Fun, sun, sand and science all came together for a memorable experience for young people who attended the Edmund and Virginia Ball Foundation Caribbean Marine Ecology Camp.
The camp at the Central Caribbean Marine Institute’s Little Cayman Research Centre hosted 23 students in two groups over two one-week sessions in July.
During the sessions, campers were split into teams with a series of challenges throughout the week. The challenges included building remotely operated underwater vehicles, known as ROVs, lionfish cook-offs, scavenger hunts and class discussions.
“This summer we had students from Grand Cayman, Cayman Brac and the USA, and the campers stayed at Sunset Cove located on the South Sound, Little Cayman, with views of Owen Island,” said Central Caribbean Marine Institute education program manager Tom Sparke.
“Students from the Cayman Islands all received an Edmund and Virginia Ball Foundation scholarship, reducing the cost of the camp by 70 percent,” he said, adding that while the camp’s focus is educational, there are no credits for attending.
“The aim is to get kids passionate about the ocean, to inspire some to seek careers in marine biology or simply take steps in their daily lives to reduce their impact on the marine environment,” said Mr. Sparke.
“We did, though, have one student, James Priaulx, who attended as part of his Duke of Edinburgh Gold Award.”
Each week featured a full schedule of marine and land-based activities. Students took part in coral and fish identification, and learned about such topics as herbivory on the reef, ecotourism, and bioluminescence.
The students went on eight dives, which included dives off the wall, as well as dives where the students spent time identifying coral and fish without camp instructors, and observing the behavior of fish.
“We also did a night dive where students used UV torches to see biofluorescence of corals, which was a real highlight,” said Mr. Sparke.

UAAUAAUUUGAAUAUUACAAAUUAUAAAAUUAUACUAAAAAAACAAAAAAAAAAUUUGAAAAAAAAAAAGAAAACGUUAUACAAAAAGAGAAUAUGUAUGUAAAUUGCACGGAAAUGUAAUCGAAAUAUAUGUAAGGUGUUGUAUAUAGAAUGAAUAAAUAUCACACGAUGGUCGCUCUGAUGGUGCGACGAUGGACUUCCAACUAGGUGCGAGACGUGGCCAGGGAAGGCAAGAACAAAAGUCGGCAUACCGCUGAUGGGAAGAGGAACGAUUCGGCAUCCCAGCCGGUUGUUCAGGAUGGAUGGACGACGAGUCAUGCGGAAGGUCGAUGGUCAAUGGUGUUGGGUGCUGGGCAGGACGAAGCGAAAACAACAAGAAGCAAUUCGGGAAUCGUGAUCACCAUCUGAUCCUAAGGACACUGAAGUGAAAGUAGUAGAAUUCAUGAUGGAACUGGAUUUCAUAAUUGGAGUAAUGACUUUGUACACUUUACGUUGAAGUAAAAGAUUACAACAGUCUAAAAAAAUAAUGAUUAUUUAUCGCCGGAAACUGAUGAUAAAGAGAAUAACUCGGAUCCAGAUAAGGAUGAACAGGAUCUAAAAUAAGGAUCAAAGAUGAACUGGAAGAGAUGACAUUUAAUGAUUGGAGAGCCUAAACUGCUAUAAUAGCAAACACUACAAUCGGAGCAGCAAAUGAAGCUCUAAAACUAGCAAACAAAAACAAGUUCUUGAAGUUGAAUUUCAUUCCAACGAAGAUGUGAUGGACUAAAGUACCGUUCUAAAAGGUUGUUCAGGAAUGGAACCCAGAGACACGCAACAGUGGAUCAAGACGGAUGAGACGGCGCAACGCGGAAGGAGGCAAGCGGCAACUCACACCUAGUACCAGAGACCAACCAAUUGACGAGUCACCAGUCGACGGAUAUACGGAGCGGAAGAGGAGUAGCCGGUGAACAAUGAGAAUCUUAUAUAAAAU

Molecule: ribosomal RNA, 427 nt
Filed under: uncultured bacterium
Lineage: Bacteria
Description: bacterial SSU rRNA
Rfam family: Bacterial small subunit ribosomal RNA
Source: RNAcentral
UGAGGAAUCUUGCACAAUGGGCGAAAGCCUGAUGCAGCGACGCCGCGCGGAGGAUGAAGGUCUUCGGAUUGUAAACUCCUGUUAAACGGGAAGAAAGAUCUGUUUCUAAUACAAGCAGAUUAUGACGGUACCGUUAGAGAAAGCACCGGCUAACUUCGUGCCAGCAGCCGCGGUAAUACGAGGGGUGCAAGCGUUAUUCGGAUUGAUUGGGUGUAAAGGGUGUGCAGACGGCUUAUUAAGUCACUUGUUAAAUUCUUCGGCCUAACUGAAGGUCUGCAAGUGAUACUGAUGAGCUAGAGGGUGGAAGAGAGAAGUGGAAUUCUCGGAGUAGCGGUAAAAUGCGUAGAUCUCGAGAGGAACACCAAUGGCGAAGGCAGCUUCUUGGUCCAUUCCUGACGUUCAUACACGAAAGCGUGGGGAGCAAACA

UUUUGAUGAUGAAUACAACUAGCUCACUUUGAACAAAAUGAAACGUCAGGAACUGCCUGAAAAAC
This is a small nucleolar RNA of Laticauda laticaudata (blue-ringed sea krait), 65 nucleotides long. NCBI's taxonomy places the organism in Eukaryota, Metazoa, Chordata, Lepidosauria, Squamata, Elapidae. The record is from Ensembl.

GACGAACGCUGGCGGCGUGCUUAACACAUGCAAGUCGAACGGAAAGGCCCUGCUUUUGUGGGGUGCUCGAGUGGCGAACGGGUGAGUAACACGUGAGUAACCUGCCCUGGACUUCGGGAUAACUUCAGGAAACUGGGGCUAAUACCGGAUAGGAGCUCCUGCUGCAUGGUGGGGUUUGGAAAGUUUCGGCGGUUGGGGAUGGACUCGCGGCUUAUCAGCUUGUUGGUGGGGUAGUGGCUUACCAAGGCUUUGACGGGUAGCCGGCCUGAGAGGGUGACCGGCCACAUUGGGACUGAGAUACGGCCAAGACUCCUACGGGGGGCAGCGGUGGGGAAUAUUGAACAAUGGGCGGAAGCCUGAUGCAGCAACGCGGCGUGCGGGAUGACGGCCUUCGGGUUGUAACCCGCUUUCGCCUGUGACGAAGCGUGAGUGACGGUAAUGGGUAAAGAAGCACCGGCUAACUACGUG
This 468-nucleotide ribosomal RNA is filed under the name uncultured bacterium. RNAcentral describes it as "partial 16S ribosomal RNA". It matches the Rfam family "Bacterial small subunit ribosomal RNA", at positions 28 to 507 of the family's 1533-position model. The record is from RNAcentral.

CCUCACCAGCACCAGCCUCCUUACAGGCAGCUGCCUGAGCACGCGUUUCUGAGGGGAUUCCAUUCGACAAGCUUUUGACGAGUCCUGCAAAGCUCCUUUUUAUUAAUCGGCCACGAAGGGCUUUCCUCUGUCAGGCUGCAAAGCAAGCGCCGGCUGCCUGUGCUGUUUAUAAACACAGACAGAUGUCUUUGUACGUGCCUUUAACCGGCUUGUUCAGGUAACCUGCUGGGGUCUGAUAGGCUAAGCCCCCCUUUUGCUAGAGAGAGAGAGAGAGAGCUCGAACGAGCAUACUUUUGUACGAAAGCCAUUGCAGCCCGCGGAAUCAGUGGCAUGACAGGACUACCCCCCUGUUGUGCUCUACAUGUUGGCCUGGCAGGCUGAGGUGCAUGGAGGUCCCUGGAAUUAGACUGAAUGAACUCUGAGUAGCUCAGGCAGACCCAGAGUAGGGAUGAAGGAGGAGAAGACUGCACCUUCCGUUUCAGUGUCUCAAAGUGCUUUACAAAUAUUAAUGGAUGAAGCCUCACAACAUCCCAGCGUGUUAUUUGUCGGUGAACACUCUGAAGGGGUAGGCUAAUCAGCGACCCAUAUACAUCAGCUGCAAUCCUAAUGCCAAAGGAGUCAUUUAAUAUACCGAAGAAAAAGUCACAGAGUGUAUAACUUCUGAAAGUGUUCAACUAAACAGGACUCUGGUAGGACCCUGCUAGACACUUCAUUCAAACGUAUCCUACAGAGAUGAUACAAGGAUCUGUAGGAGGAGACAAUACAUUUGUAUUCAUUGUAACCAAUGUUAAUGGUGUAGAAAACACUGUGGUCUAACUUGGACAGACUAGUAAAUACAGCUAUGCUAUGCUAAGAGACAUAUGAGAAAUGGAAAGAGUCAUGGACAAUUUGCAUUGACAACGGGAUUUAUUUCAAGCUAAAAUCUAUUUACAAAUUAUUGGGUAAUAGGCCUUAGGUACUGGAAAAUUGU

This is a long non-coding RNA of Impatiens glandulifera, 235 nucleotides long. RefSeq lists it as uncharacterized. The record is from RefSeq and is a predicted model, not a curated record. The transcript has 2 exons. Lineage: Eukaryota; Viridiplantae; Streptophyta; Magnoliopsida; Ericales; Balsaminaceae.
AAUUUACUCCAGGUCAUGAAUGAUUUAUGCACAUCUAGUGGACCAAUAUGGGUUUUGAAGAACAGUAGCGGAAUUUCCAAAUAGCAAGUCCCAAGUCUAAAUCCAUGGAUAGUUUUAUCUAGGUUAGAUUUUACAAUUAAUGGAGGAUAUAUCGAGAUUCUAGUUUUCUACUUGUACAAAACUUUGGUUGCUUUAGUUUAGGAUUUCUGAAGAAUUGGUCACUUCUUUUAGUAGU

“During the islandwide scavenger hunt, teams split into different vans and raced around the island looking for cryptic clues,” he said.
“The final location was Owen Island with the teams swimming to victory.”
The ROV activity also proved to be a big hit with campers, who built Sea Perch remotely operated vehicles using kits that included motors, remotes and pipes.
“They then tested them off the dock and took part in a search and recovery mission looking for painted conch shells,” said Mr. Sparke.
“The best design was the ROV with the motors oriented inwards, which gave the ROV an incredibly tight turning circle.”
The campers also took part in a Lionfish Criminal Fish Investigation workshop that ended with a unique culinary twist. The campers first each dissected a lionfish and looked inside their stomachs for prey. They also identified fish scales underneath a microscope.
“The dissected lionfish were then filleted, and we had a big cook-off with each team cooking a different dish with lionfish,” said Mr. Sparke.
The campers also got to express their artistic creativity. After they learned about the Nassau grouper, they created a claymation movie about Nassau grouper spawning.
“Students learned about mangrove biology and the ecosystem services they provide, such as protection from storms, and how they act as a nursery for reef fish,” added Mr. Sparke. “This was conducted on kayaks in the sound.”
The week began and ended with traditional summer camp fare with a campfire on the beach under the stars, team games and roasting marshmallows over the fire.
“Nearly all of the students who attended want to come back next year,” said Mr. Sparke.
“Next year, we plan to create an advanced sea camp for returning students, to build upon what they learned this year.”